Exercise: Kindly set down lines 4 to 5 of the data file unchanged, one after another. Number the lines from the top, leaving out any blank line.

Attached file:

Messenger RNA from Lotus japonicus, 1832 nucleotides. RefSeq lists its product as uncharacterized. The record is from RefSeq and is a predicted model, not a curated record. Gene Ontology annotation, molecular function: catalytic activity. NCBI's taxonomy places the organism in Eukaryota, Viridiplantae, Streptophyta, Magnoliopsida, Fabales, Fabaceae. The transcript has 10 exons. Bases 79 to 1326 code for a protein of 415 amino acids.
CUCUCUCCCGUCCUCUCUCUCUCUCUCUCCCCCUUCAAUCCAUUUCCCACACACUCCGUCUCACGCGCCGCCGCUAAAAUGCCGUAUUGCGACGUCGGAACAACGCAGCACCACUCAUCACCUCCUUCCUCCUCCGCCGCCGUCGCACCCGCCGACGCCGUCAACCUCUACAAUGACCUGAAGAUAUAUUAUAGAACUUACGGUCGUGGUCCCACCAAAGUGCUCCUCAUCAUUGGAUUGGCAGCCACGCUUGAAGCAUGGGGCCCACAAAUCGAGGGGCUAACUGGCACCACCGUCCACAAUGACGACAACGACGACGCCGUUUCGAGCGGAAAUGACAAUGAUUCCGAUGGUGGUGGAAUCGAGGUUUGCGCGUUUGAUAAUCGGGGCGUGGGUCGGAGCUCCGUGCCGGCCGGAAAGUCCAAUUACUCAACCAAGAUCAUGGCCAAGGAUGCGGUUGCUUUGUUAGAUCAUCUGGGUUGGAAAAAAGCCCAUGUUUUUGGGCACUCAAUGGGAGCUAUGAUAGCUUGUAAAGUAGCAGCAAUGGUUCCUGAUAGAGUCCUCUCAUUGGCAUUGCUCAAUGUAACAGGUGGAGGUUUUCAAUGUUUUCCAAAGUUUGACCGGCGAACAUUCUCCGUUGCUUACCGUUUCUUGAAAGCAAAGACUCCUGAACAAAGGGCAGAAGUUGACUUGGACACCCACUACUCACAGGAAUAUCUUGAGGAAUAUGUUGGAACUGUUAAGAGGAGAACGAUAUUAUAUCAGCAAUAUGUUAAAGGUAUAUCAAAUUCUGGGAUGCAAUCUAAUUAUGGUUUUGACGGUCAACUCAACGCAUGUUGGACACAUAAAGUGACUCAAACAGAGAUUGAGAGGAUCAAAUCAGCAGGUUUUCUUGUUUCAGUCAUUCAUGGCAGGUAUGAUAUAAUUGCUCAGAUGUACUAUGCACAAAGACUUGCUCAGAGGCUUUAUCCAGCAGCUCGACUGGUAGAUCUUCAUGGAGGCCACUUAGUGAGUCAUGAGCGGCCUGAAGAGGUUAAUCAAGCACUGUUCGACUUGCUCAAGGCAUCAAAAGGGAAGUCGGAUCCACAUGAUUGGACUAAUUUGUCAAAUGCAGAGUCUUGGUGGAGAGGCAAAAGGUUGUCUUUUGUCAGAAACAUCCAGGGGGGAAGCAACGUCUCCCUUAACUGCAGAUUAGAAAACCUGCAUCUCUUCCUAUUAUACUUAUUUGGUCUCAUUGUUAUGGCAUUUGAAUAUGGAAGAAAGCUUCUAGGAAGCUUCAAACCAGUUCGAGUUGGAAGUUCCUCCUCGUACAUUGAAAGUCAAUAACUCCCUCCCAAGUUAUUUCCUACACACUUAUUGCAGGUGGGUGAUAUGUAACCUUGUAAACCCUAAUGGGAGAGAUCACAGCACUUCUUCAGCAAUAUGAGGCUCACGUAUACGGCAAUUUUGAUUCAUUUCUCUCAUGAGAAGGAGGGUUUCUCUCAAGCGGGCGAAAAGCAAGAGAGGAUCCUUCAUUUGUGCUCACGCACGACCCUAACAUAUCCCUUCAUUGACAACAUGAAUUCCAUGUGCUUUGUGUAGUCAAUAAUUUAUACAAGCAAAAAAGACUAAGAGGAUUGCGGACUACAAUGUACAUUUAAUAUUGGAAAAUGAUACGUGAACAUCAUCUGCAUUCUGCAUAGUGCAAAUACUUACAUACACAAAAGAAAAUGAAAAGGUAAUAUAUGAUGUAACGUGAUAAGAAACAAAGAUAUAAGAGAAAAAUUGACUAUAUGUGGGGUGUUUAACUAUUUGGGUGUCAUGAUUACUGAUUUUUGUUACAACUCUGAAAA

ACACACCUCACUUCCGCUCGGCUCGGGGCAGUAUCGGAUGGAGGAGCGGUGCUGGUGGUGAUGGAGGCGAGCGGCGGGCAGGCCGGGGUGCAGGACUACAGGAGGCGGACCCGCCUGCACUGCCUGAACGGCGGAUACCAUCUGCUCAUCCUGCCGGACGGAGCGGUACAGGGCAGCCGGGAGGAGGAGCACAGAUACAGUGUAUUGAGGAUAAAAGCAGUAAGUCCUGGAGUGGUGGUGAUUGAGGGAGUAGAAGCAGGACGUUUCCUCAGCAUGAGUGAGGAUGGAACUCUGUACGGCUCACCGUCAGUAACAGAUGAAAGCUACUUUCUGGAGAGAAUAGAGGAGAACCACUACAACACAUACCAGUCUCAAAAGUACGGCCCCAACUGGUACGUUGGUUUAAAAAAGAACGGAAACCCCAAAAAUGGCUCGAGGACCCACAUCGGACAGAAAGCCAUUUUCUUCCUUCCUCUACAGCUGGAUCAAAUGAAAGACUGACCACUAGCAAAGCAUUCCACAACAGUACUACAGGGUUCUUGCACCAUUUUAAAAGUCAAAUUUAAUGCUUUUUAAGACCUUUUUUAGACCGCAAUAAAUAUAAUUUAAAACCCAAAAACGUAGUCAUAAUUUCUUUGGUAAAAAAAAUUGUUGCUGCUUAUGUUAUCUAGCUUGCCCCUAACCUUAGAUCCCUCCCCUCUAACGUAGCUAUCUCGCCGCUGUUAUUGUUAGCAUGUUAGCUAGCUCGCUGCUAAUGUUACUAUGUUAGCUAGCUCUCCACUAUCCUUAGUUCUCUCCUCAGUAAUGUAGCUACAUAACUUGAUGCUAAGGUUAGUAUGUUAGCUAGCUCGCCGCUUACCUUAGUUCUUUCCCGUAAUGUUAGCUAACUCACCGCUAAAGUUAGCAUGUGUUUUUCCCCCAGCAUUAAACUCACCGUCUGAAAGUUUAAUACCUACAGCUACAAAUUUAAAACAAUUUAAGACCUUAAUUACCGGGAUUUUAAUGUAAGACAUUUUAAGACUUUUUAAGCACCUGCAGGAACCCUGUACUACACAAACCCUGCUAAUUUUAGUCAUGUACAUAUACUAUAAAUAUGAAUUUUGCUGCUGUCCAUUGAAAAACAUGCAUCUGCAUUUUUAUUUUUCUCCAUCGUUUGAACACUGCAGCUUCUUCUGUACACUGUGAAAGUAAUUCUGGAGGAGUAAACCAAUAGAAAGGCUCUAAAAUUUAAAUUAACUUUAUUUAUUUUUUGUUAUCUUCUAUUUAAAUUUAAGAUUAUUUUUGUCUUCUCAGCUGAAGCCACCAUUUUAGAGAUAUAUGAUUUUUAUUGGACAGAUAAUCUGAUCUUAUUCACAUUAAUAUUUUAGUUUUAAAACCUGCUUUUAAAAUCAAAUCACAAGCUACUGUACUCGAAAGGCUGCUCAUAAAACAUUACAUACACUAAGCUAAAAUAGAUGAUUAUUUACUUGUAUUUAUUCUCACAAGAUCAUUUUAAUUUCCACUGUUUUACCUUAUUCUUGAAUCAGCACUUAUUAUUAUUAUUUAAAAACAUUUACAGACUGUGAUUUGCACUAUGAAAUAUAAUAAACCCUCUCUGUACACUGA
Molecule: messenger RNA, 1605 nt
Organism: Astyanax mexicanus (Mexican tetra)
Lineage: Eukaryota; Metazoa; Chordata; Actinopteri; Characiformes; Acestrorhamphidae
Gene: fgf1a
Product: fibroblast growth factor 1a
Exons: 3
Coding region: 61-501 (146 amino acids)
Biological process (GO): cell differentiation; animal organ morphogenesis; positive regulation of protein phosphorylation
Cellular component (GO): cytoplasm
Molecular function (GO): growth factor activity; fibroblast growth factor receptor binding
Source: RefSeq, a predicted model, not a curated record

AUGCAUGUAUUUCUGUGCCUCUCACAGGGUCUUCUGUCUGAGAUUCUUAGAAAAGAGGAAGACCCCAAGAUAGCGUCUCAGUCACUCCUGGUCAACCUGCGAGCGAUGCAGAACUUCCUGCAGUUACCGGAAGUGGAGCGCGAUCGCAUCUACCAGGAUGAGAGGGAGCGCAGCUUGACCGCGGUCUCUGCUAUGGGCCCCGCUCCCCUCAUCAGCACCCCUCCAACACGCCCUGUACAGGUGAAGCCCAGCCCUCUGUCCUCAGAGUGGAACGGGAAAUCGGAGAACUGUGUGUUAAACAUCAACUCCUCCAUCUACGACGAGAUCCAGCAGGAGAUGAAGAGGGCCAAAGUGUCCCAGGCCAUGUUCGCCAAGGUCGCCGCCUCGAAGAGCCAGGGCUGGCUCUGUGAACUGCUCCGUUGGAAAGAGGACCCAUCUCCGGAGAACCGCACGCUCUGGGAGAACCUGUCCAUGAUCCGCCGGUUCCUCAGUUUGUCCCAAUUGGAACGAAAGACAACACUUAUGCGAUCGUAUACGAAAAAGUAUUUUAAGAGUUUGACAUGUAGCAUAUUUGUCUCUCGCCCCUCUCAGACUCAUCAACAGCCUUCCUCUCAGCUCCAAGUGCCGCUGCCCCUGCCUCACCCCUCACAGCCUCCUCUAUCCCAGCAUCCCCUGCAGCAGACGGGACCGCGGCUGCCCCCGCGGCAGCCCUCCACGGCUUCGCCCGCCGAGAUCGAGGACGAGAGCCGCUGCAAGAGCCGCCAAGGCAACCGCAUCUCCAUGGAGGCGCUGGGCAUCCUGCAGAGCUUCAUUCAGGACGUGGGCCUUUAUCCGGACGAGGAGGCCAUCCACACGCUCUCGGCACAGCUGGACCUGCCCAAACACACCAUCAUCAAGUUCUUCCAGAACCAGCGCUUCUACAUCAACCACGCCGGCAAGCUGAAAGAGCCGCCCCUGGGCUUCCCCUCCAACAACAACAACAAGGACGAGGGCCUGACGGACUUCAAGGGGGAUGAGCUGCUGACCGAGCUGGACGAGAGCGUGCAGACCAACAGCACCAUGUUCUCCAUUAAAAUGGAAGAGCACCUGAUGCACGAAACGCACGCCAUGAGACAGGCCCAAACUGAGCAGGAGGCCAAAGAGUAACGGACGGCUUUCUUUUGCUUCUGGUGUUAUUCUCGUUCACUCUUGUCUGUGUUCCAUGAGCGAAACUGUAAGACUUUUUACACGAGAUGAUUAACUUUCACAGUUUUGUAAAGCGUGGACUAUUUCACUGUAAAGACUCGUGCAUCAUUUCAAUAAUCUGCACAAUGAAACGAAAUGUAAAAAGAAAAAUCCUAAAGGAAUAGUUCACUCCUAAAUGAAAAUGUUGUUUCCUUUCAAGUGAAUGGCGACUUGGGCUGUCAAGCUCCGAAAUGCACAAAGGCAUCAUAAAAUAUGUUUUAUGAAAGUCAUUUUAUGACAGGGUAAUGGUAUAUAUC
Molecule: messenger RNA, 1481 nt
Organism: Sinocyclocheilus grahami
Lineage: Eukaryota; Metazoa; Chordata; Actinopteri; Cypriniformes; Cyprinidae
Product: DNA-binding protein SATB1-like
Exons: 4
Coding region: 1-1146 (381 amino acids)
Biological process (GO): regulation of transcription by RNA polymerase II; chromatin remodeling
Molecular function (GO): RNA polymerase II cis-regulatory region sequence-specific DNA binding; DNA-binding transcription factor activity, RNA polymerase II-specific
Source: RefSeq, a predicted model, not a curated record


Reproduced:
Molecule: messenger RNA, 1605 nt
Organism: Astyanax mexicanus (Mexican tetra)